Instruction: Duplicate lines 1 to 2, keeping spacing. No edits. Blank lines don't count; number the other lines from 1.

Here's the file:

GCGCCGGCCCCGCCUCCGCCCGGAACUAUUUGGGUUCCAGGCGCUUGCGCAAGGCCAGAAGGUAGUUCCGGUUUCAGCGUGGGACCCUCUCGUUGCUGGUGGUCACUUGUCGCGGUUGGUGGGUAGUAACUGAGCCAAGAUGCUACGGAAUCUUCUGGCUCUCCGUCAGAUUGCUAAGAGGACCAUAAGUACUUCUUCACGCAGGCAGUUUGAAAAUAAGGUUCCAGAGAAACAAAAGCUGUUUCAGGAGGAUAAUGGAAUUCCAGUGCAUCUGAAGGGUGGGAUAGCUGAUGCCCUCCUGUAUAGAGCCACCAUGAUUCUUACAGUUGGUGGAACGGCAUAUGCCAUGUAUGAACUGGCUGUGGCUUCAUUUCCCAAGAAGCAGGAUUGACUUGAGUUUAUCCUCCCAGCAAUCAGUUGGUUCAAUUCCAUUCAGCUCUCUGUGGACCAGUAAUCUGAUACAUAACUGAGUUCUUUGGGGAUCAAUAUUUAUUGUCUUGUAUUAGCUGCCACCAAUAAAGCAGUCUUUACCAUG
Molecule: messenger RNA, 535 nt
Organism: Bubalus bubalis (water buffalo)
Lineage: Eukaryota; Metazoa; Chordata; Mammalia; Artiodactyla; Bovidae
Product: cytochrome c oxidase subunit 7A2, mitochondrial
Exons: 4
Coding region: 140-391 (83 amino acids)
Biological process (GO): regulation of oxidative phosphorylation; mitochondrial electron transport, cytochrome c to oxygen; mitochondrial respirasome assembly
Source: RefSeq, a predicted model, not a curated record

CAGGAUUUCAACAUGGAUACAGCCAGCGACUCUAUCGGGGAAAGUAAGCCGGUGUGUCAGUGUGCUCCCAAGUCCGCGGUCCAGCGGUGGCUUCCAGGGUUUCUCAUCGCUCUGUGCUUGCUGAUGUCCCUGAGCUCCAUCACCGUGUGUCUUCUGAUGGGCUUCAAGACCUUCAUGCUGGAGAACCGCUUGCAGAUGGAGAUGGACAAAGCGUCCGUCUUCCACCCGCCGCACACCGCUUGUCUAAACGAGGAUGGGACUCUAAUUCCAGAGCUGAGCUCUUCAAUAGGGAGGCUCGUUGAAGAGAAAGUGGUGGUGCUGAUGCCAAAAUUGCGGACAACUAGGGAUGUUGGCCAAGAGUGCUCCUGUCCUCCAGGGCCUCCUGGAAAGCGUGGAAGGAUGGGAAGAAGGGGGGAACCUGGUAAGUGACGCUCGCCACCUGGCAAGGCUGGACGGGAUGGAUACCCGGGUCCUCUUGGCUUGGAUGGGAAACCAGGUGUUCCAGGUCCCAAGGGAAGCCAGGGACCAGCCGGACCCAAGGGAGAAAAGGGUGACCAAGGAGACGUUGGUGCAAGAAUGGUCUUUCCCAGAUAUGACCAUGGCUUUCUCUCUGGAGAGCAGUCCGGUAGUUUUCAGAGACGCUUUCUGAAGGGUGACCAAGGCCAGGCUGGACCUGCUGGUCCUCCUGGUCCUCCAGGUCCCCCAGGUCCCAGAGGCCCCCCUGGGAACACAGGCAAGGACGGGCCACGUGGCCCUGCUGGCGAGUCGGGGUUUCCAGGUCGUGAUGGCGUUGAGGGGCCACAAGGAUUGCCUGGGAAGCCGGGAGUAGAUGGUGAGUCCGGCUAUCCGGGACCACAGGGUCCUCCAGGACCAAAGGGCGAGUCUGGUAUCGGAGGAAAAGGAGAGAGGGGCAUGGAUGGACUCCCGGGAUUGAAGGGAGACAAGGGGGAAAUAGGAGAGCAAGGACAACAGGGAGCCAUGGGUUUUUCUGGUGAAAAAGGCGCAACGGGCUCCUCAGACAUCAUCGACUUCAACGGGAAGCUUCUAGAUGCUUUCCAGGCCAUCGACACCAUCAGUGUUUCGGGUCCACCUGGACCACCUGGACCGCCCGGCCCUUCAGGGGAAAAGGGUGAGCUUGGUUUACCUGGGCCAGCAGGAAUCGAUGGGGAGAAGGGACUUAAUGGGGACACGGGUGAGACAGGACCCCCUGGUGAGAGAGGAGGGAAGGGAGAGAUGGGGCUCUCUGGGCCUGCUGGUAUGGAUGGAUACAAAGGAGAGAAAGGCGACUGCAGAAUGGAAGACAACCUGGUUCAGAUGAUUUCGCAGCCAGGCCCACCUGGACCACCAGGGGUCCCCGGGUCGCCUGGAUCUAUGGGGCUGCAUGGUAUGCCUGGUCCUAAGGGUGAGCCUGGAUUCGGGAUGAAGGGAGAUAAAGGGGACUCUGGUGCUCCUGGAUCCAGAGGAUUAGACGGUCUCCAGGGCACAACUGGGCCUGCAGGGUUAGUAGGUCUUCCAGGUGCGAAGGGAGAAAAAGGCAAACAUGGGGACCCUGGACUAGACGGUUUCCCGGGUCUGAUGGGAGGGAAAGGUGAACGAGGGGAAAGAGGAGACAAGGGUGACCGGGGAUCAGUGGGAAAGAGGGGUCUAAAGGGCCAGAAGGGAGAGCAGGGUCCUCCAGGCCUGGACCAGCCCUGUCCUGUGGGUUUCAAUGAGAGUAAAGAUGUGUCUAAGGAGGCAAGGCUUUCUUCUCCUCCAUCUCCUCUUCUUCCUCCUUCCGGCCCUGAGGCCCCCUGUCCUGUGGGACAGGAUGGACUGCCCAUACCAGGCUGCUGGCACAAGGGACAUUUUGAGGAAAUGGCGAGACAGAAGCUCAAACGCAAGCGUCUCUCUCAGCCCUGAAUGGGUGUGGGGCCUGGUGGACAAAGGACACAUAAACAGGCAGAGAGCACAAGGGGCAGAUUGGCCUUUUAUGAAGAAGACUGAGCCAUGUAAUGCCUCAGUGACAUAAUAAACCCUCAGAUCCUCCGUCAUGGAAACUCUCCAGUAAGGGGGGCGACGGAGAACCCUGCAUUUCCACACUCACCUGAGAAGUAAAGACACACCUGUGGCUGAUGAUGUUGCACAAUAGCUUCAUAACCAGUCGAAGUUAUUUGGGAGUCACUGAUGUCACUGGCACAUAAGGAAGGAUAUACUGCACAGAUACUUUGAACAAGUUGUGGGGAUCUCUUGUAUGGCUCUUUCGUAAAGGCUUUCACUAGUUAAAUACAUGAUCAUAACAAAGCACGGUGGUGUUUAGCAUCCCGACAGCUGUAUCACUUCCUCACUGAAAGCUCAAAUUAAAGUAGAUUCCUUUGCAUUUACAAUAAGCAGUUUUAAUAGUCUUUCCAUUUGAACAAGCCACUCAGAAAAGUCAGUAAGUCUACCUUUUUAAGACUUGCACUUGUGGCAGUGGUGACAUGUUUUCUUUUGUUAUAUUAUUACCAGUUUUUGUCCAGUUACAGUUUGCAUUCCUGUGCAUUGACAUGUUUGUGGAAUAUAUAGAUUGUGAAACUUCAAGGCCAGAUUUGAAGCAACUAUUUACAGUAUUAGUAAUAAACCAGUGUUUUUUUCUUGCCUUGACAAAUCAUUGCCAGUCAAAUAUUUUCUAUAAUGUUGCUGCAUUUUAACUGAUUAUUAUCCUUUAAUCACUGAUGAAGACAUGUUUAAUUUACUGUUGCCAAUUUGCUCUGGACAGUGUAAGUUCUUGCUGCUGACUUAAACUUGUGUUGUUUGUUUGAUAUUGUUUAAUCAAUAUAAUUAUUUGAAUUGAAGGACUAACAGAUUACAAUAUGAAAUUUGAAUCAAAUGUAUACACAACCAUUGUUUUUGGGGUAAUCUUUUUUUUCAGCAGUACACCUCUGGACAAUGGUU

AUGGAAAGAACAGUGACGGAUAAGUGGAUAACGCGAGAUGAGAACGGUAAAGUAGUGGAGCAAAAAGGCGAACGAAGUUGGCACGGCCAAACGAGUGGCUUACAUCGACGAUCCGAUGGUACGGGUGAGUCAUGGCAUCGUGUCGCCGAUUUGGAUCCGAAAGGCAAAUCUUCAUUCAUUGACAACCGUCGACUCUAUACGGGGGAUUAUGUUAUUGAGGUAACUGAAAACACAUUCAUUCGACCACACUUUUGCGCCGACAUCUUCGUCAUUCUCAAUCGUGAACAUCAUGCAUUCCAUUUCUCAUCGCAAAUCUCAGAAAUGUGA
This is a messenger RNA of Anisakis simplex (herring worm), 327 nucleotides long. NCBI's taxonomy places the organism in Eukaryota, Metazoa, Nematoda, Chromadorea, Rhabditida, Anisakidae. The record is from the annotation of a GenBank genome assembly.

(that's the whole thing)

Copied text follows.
GCGCCGGCCCCGCCUCCGCCCGGAACUAUUUGGGUUCCAGGCGCUUGCGCAAGGCCAGAAGGUAGUUCCGGUUUCAGCGUGGGACCCUCUCGUUGCUGGUGGUCACUUGUCGCGGUUGGUGGGUAGUAACUGAGCCAAGAUGCUACGGAAUCUUCUGGCUCUCCGUCAGAUUGCUAAGAGGACCAUAAGUACUUCUUCACGCAGGCAGUUUGAAAAUAAGGUUCCAGAGAAACAAAAGCUGUUUCAGGAGGAUAAUGGAAUUCCAGUGCAUCUGAAGGGUGGGAUAGCUGAUGCCCUCCUGUAUAGAGCCACCAUGAUUCUUACAGUUGGUGGAACGGCAUAUGCCAUGUAUGAACUGGCUGUGGCUUCAUUUCCCAAGAAGCAGGAUUGACUUGAGUUUAUCCUCCCAGCAAUCAGUUGGUUCAAUUCCAUUCAGCUCUCUGUGGACCAGUAAUCUGAUACAUAACUGAGUUCUUUGGGGAUCAAUAUUUAUUGUCUUGUAUUAGCUGCCACCAAUAAAGCAGUCUUUACCAUG
Molecule: messenger RNA, 535 nt